Three times as much storage
Hikvision was already prepared for the growth to a certain extent, because the company had taken an option on the neighboring plot of land when building its European distribution center in 2016. Now, every square meter of that plot will soon be built on. To make sure that no valuable space is wasted, the design includes a rooftop car park for Hikvision’s employees. “That has given us an extra 7,000m2, which amounts to a tripling of the storage area. But then we faced the question of how to make best use of that space.”
While doing some online research, Beumer came across consultancy firm Groenewout. He invited them for a meeting and there was an immediate click. “Because we’d been growing so rapidly, we’d never taken the time to step back and really analyze our business. Besides that, just because we’re successful doesn’t mean that we always do everything with optimal efficiency. That’s why we enlisted the help of a professional expert to conduct thorough analysis. How could we integrate the existing warehouse with the new one? How should the processes be organized? And what would that mean for the warehouse design?”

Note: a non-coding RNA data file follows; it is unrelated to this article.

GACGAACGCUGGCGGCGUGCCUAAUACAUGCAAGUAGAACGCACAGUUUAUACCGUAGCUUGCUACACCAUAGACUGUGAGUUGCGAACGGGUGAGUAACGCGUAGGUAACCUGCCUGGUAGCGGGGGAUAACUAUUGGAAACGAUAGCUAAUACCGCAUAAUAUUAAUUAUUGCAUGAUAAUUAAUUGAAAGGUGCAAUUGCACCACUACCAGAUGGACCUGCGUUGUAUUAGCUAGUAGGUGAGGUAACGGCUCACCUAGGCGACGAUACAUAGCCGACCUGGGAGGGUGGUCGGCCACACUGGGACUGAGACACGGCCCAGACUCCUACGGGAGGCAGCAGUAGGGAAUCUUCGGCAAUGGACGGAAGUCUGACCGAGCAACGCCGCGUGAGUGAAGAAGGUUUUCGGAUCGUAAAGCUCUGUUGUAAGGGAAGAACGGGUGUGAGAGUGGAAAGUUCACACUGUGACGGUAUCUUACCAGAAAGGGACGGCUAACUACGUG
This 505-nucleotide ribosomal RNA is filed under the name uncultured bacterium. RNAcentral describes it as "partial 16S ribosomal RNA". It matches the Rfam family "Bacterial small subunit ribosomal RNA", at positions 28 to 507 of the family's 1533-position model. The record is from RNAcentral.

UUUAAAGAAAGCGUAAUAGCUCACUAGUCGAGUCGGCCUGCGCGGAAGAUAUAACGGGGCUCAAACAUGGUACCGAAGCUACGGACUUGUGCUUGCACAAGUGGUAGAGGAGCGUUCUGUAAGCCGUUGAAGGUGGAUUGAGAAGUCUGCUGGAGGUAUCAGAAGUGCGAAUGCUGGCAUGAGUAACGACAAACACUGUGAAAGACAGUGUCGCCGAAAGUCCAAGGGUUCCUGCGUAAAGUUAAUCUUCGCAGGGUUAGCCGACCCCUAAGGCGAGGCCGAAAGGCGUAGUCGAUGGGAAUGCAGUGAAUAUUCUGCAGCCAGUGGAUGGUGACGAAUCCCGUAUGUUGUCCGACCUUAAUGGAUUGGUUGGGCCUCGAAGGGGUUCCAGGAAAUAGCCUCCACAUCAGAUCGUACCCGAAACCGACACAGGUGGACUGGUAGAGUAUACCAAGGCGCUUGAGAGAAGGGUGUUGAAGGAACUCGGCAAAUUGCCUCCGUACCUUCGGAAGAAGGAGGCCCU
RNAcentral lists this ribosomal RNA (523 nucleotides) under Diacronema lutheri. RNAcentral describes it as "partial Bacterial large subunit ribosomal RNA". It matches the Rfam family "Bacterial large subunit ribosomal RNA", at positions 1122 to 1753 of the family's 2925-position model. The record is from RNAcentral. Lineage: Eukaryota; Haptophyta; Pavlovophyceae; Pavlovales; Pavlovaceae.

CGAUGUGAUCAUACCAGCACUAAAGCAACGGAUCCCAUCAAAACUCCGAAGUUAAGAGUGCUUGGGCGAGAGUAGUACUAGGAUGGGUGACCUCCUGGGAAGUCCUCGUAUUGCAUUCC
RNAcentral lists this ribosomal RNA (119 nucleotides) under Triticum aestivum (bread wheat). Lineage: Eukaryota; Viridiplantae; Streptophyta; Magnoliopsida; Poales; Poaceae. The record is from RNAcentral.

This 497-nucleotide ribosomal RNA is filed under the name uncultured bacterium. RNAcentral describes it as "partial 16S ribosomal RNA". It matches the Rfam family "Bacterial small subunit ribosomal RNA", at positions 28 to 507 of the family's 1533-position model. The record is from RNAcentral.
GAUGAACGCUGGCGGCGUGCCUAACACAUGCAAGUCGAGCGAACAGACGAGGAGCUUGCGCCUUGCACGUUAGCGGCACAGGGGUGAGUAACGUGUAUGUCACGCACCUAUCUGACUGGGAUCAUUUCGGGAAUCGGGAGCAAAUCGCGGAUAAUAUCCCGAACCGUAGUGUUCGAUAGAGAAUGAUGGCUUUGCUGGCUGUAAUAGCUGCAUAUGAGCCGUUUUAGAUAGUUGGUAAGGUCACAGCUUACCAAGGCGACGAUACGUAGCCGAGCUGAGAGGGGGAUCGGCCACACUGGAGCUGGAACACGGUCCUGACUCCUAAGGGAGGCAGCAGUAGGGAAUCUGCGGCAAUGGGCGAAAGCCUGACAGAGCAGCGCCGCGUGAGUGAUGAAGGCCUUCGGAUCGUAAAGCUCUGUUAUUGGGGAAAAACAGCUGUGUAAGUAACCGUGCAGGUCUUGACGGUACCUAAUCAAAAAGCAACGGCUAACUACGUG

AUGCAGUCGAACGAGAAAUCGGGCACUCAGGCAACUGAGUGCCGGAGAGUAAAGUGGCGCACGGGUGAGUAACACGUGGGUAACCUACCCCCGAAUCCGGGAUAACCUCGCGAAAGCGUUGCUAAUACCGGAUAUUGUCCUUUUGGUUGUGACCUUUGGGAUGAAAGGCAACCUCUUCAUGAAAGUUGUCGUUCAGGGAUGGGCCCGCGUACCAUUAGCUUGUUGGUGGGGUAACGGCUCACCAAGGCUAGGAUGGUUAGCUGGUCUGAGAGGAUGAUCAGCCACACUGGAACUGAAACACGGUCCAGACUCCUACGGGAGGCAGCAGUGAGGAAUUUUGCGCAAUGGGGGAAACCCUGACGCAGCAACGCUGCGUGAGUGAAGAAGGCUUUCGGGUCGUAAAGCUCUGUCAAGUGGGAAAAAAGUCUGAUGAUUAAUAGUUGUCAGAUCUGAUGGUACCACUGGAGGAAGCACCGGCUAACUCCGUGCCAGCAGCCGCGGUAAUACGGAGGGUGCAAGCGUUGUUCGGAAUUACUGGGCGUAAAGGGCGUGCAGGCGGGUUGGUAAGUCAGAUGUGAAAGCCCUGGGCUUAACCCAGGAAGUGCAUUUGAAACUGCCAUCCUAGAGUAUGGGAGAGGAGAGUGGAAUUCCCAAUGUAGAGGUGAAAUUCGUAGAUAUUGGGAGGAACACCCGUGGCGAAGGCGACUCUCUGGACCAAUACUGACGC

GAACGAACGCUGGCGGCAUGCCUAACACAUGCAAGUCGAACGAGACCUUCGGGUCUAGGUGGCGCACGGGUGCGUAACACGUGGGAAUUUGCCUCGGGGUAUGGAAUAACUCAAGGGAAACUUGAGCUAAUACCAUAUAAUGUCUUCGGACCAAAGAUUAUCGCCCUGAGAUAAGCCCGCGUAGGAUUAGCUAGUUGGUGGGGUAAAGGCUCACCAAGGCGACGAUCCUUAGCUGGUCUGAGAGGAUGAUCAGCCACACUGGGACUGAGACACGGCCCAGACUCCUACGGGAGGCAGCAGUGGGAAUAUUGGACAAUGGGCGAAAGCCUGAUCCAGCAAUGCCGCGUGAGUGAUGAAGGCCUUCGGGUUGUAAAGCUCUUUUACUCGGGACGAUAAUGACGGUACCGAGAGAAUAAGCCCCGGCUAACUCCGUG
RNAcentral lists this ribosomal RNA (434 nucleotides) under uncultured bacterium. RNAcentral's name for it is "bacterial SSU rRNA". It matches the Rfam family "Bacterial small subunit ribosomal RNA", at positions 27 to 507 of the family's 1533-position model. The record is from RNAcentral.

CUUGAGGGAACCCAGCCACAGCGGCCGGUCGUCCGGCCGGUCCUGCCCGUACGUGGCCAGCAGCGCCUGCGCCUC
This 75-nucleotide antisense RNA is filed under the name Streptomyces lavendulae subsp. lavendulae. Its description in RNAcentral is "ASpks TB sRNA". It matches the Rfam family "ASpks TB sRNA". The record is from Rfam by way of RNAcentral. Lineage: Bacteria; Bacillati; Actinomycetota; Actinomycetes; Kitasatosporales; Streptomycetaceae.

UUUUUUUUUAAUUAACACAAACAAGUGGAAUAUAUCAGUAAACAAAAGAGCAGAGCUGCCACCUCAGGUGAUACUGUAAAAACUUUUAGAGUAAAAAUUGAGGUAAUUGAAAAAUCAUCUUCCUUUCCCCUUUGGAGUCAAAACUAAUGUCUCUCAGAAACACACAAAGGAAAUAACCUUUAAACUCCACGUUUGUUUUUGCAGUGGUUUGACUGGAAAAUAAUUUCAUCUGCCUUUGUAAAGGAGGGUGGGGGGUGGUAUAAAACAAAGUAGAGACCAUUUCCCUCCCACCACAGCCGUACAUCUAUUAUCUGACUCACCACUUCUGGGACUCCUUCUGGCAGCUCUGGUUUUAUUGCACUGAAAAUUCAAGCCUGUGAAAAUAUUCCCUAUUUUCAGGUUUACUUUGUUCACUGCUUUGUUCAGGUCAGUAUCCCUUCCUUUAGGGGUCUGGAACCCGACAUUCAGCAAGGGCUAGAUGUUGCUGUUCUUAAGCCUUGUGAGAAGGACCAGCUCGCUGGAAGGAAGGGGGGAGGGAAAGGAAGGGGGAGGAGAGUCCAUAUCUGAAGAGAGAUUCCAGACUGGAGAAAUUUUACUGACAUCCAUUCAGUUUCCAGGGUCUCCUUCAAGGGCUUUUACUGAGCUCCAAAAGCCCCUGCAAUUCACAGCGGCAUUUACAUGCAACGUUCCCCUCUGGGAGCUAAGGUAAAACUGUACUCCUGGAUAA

First of all, Groenewout studied the current approach and analyzed the order flows and order patterns. The consultancy firm then worked closely with Hikvision to extrapolate the growth figures up to 2026. “We want the expansion to take us at least as far as that,” explains Beumer. “Groenewout then created models, prepared plans for the warehouse design and compared various options for picking strategies. One of the most important decisions was whether to opt for a wide-aisle warehouse or a narrow-aisle one.”
Hikvision took Groenewout’s advice and decided on a wide-aisle warehouse with a total of 11,000 pallet storage locations. The floor-level pallet locations are reserved for order picking. The pallet locations in the racking above are for the bulk inventory which is used to replenish the pick locations. “That seemed to be the best solution in line with the size of the orders and the diversity of our product portfolio. We currently pick on an order-by-order basis and we’ll continue to do that for big orders, but in the new system we will combine small orders for batch picking,” he continues. The company has not yet decided on the precise classification of ‘small’ and ‘big’ orders: “That’s partly because of the rapid shifts in volumes and stock levels. We will need to fine-tune that in the near future, so we’ll be asking Groenewout for help again.”